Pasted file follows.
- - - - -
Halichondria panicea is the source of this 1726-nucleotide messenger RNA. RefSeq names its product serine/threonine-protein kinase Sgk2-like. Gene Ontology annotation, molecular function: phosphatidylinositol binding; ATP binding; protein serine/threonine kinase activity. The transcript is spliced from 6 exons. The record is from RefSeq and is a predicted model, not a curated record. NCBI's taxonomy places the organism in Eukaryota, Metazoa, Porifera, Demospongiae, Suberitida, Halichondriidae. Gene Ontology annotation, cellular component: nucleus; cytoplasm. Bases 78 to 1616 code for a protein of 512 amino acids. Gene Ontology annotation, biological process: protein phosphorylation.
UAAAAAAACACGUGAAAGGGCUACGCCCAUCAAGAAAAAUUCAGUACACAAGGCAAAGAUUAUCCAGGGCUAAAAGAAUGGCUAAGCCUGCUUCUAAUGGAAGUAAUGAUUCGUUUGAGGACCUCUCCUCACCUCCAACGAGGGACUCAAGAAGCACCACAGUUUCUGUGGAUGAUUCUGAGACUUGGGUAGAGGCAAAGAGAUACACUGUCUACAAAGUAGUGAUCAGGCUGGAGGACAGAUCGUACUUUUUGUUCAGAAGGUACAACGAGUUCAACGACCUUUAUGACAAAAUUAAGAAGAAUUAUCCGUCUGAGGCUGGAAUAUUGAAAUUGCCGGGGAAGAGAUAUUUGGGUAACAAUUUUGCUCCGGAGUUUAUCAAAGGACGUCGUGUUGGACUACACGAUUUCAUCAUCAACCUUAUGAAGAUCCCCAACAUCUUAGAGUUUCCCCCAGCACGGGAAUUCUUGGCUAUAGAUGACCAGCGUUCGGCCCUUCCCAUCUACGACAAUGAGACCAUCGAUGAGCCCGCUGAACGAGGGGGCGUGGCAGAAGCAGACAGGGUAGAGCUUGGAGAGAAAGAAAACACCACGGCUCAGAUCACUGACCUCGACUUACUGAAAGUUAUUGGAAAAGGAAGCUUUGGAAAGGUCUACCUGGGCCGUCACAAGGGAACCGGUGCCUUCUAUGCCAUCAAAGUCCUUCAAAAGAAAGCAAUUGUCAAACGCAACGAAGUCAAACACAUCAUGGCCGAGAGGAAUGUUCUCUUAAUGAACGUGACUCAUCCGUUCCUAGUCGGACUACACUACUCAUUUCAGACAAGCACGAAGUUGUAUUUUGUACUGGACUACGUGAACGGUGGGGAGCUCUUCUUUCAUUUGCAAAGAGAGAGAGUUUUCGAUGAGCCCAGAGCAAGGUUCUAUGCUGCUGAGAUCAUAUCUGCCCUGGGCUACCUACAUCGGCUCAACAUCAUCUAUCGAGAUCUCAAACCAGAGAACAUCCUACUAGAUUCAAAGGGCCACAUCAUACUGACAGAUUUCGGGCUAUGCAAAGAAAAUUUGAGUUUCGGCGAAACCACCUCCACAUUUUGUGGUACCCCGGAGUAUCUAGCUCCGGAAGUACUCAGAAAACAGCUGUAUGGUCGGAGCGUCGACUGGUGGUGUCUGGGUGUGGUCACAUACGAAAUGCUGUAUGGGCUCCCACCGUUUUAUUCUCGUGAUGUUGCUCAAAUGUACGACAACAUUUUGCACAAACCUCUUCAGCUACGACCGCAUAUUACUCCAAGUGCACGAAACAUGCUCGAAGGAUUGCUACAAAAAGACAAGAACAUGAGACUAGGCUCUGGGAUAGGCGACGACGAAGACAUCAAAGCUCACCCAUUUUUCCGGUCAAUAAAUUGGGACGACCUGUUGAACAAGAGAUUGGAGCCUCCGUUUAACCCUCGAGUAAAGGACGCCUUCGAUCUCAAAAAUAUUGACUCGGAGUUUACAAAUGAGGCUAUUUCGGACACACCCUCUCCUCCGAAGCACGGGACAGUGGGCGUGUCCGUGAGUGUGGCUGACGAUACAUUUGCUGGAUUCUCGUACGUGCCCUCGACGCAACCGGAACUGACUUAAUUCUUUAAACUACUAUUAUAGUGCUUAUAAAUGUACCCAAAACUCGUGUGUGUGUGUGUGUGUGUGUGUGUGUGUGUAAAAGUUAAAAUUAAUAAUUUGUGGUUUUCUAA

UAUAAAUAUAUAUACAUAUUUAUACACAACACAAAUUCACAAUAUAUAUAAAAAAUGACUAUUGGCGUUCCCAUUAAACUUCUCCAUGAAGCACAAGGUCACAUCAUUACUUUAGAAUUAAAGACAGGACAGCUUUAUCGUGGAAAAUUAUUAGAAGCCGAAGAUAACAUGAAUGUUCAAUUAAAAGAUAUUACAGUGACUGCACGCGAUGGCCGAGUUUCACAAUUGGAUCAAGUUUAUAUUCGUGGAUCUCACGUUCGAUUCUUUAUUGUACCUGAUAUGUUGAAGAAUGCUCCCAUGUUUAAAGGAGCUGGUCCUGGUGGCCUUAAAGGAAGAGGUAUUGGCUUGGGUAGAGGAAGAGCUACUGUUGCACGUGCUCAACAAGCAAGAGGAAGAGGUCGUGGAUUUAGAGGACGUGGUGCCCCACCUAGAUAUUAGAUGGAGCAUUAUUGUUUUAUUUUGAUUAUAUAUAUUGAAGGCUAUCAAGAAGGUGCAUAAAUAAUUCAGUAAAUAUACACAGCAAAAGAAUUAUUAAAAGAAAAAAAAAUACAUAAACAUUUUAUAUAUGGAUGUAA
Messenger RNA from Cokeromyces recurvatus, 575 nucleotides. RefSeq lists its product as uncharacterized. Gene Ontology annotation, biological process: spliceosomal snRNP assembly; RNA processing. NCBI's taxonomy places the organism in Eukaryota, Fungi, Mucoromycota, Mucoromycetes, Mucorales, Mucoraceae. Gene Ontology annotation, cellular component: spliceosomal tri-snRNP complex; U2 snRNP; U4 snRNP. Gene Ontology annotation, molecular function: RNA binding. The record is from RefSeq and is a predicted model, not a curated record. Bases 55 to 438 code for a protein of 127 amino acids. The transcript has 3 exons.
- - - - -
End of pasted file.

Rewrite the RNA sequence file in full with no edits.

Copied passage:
Halichondria panicea is the source of this 1726-nucleotide messenger RNA. RefSeq names its product serine/threonine-protein kinase Sgk2-like. Gene Ontology annotation, molecular function: phosphatidylinositol binding; ATP binding; protein serine/threonine kinase activity. The transcript is spliced from 6 exons. The record is from RefSeq and is a predicted model, not a curated record. NCBI's taxonomy places the organism in Eukaryota, Metazoa, Porifera, Demospongiae, Suberitida, Halichondriidae. Gene Ontology annotation, cellular component: nucleus; cytoplasm. Bases 78 to 1616 code for a protein of 512 amino acids. Gene Ontology annotation, biological process: protein phosphorylation.
UAAAAAAACACGUGAAAGGGCUACGCCCAUCAAGAAAAAUUCAGUACACAAGGCAAAGAUUAUCCAGGGCUAAAAGAAUGGCUAAGCCUGCUUCUAAUGGAAGUAAUGAUUCGUUUGAGGACCUCUCCUCACCUCCAACGAGGGACUCAAGAAGCACCACAGUUUCUGUGGAUGAUUCUGAGACUUGGGUAGAGGCAAAGAGAUACACUGUCUACAAAGUAGUGAUCAGGCUGGAGGACAGAUCGUACUUUUUGUUCAGAAGGUACAACGAGUUCAACGACCUUUAUGACAAAAUUAAGAAGAAUUAUCCGUCUGAGGCUGGAAUAUUGAAAUUGCCGGGGAAGAGAUAUUUGGGUAACAAUUUUGCUCCGGAGUUUAUCAAAGGACGUCGUGUUGGACUACACGAUUUCAUCAUCAACCUUAUGAAGAUCCCCAACAUCUUAGAGUUUCCCCCAGCACGGGAAUUCUUGGCUAUAGAUGACCAGCGUUCGGCCCUUCCCAUCUACGACAAUGAGACCAUCGAUGAGCCCGCUGAACGAGGGGGCGUGGCAGAAGCAGACAGGGUAGAGCUUGGAGAGAAAGAAAACACCACGGCUCAGAUCACUGACCUCGACUUACUGAAAGUUAUUGGAAAAGGAAGCUUUGGAAAGGUCUACCUGGGCCGUCACAAGGGAACCGGUGCCUUCUAUGCCAUCAAAGUCCUUCAAAAGAAAGCAAUUGUCAAACGCAACGAAGUCAAACACAUCAUGGCCGAGAGGAAUGUUCUCUUAAUGAACGUGACUCAUCCGUUCCUAGUCGGACUACACUACUCAUUUCAGACAAGCACGAAGUUGUAUUUUGUACUGGACUACGUGAACGGUGGGGAGCUCUUCUUUCAUUUGCAAAGAGAGAGAGUUUUCGAUGAGCCCAGAGCAAGGUUCUAUGCUGCUGAGAUCAUAUCUGCCCUGGGCUACCUACAUCGGCUCAACAUCAUCUAUCGAGAUCUCAAACCAGAGAACAUCCUACUAGAUUCAAAGGGCCACAUCAUACUGACAGAUUUCGGGCUAUGCAAAGAAAAUUUGAGUUUCGGCGAAACCACCUCCACAUUUUGUGGUACCCCGGAGUAUCUAGCUCCGGAAGUACUCAGAAAACAGCUGUAUGGUCGGAGCGUCGACUGGUGGUGUCUGGGUGUGGUCACAUACGAAAUGCUGUAUGGGCUCCCACCGUUUUAUUCUCGUGAUGUUGCUCAAAUGUACGACAACAUUUUGCACAAACCUCUUCAGCUACGACCGCAUAUUACUCCAAGUGCACGAAACAUGCUCGAAGGAUUGCUACAAAAAGACAAGAACAUGAGACUAGGCUCUGGGAUAGGCGACGACGAAGACAUCAAAGCUCACCCAUUUUUCCGGUCAAUAAAUUGGGACGACCUGUUGAACAAGAGAUUGGAGCCUCCGUUUAACCCUCGAGUAAAGGACGCCUUCGAUCUCAAAAAUAUUGACUCGGAGUUUACAAAUGAGGCUAUUUCGGACACACCCUCUCCUCCGAAGCACGGGACAGUGGGCGUGUCCGUGAGUGUGGCUGACGAUACAUUUGCUGGAUUCUCGUACGUGCCCUCGACGCAACCGGAACUGACUUAAUUCUUUAAACUACUAUUAUAGUGCUUAUAAAUGUACCCAAAACUCGUGUGUGUGUGUGUGUGUGUGUGUGUGUGUGUAAAAGUUAAAAUUAAUAAUUUGUGGUUUUCUAA

UAUAAAUAUAUAUACAUAUUUAUACACAACACAAAUUCACAAUAUAUAUAAAAAAUGACUAUUGGCGUUCCCAUUAAACUUCUCCAUGAAGCACAAGGUCACAUCAUUACUUUAGAAUUAAAGACAGGACAGCUUUAUCGUGGAAAAUUAUUAGAAGCCGAAGAUAACAUGAAUGUUCAAUUAAAAGAUAUUACAGUGACUGCACGCGAUGGCCGAGUUUCACAAUUGGAUCAAGUUUAUAUUCGUGGAUCUCACGUUCGAUUCUUUAUUGUACCUGAUAUGUUGAAGAAUGCUCCCAUGUUUAAAGGAGCUGGUCCUGGUGGCCUUAAAGGAAGAGGUAUUGGCUUGGGUAGAGGAAGAGCUACUGUUGCACGUGCUCAACAAGCAAGAGGAAGAGGUCGUGGAUUUAGAGGACGUGGUGCCCCACCUAGAUAUUAGAUGGAGCAUUAUUGUUUUAUUUUGAUUAUAUAUAUUGAAGGCUAUCAAGAAGGUGCAUAAAUAAUUCAGUAAAUAUACACAGCAAAAGAAUUAUUAAAAGAAAAAAAAAUACAUAAACAUUUUAUAUAUGGAUGUAA
Messenger RNA from Cokeromyces recurvatus, 575 nucleotides. RefSeq lists its product as uncharacterized. Gene Ontology annotation, biological process: spliceosomal snRNP assembly; RNA processing. NCBI's taxonomy places the organism in Eukaryota, Fungi, Mucoromycota, Mucoromycetes, Mucorales, Mucoraceae. Gene Ontology annotation, cellular component: spliceosomal tri-snRNP complex; U2 snRNP; U4 snRNP. Gene Ontology annotation, molecular function: RNA binding. The record is from RefSeq and is a predicted model, not a curated record. Bases 55 to 438 code for a protein of 127 amino acids. The transcript has 3 exons.